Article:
WorthWild was founded in 2013 and has gone through multiple tests and improvements based on feedback. In December 2016, the site was re-launched with user tool improvements and enhancements to navigation. The site has had 20 campaigns so far. Nonprofits that have used WorthWild include The Kennebec Estuary Land Trust which raised 102% of their goal to raise money to preserve Squam Creek Preserve on Westport Island, Maine. And the Sudbury Valley Trustees (SVT) are trying to save 55 acres of conservation land that spans across two Massachusetts towns. With 24 days to go, the SVT has raised 40% of their goal so far with 112 supporters. The SVT crowdfund is using ‘flexible funding’, which means that the campaign will receive all funds raised even if they do not reach their goal of $40,000.
More than half of the environmental crowdfund campaigns have been nonprofits, the rest include grassroots organizations, individuals, benefit corporations, CSA farms and LLC’s, represented by educators, scientists, concerned residents, conservationists, and entrepreneurs.
WorthWild is a registered B-Corporation, which means that it is a for-profit company that meets rigorous standards of social and environmental performance, accountability, and transparency. WorthWild scores high in providing a platform that promotes public benefit and is designed to promote environmental causes. They also score high in an area many B-Corporations do not do as well, which is on governance (accountability and transparency). “Ironically, our score is low in “Environment,” because we don’t have a physical office, which means we don’t have much to point to in the way of physical resources in our facilities,” said Pribish.
Pribish and Snedecor say they are able to provide the WorthWild crowdfund service on a fee-free basis because they have side gigs to support themselves. Snedecor is a freelance web developer and designer, Pribish manages an open space parcel in Massachusetts while earning her degree in psychology.
“Someday we may look into monetizing the service in some way, but there are no concrete plans right now, and it’s not a discussion at this time,” said Pribish. “Given the current political landscape, we’re excited to offer our fee-free crowdfund platform to help ease some of the pressure of decreased government funding. Our number one priority is reducing barriers to environmental fundraising and spreading inspirational projects and ideas.”
To help fundraisers be successful, WorthWild requires fundraisers to include a video with their campaign. And WorthWild sends an email to fundraisers every day for 2 weeks with tips and information on running a being successful with the crowdfund campaign.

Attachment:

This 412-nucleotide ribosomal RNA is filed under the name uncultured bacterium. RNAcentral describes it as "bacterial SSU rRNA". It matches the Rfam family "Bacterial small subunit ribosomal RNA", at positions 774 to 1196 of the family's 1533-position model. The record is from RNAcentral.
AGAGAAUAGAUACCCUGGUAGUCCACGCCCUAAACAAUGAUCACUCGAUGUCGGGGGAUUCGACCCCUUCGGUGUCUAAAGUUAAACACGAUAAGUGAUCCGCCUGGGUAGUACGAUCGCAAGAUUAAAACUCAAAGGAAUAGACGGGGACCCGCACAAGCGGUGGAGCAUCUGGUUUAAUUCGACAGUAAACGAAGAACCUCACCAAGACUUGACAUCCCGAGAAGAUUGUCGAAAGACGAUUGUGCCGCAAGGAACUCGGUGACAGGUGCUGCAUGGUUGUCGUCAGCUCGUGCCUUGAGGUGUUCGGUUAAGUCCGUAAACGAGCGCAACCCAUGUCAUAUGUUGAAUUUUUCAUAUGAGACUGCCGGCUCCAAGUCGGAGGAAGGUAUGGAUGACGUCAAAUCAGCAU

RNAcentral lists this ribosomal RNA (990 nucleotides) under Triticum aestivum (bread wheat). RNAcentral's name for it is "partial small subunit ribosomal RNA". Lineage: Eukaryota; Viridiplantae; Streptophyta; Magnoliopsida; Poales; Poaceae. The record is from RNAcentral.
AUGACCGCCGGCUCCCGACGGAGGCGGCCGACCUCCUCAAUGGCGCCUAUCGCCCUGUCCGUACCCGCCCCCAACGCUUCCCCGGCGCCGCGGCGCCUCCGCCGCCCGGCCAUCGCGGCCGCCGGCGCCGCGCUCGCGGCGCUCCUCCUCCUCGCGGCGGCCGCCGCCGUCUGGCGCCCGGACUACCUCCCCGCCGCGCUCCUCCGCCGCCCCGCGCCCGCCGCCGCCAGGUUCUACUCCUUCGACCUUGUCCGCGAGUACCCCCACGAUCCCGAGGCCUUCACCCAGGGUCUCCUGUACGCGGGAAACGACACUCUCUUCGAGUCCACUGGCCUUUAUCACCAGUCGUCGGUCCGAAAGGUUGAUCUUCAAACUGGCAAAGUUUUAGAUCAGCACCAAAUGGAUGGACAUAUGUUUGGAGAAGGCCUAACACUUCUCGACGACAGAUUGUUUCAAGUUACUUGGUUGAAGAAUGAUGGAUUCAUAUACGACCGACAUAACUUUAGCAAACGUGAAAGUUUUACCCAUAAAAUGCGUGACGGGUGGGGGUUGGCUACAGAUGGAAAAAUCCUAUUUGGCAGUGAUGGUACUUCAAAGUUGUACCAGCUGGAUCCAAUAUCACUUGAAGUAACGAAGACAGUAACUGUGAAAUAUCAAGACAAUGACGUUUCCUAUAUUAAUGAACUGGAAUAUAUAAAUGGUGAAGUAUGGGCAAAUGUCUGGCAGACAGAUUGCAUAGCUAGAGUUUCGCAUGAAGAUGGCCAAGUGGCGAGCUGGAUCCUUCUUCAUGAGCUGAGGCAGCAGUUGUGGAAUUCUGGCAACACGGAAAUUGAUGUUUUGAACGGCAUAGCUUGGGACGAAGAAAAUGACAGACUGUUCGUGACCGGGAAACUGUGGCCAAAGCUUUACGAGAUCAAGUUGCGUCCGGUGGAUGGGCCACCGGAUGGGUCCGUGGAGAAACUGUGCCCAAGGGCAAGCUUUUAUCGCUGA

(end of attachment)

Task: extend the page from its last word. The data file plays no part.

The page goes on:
An important tip is that a successfully run crowdfund campaign depends on having a personal base network of involved supporters. Fundraisers who use the Pre-Launch feature are able to collect funds while getting valuable feedback on how to improve their campaign. It also means that by the time the campaign is launched on the Crowdfund option, they already have raised part of their funding goal.
Pribish said, “Research on crowdfunding shows that campaigns are about 20 percent more likely to reach their goal if they have 30 percent of their goal raised in the first couple of days.”
Because the fundraisers who use WorthWild are not offering a tangible product, some may see this as a barrier to achieving the kind of success seen on other crowdfund sites. But WorthWild founders have not seen this to be a problem, particularly because of the unique nature of the campaigns.
“Many of our campaigns don’t have a physical product they are selling, but that doesn’t mean they can’t offer something to their supporters,” said Pribish. Unique rewards that are related to the campaign and that you can’t get anywhere else do best.”
Some of the crowdfund rewards offered by fundraisers include professional photographs of the animals whose habitats have been saved, paintings of purchased conservation land by local artists, recycled candles and all natural body scrub created by the students at a school that benefited from a campaign, and gift certificates to local businesses that are supporting the project. Land trusts have expanded their membership base by offering memberships as a reward to new contributors.
“It’s been a labor of love,” said Pribish. The biggest challenge has probably been getting our name out there. We’re still getting the hang of it, but I think people are starting to see how valuable a tool our site is for environmental campaigns. And, it’s free! We’re excited to see where it goes.”
For more information about WorthWild, to start a crowdfunding or a 365 campaign, or to donate to a current campaign, you can visit www.worthwild.com. Or Follow WorthWild on Twitter @worthwild_llc, Like WorthWild on Facebook and follow WorthWild on LinkedIn.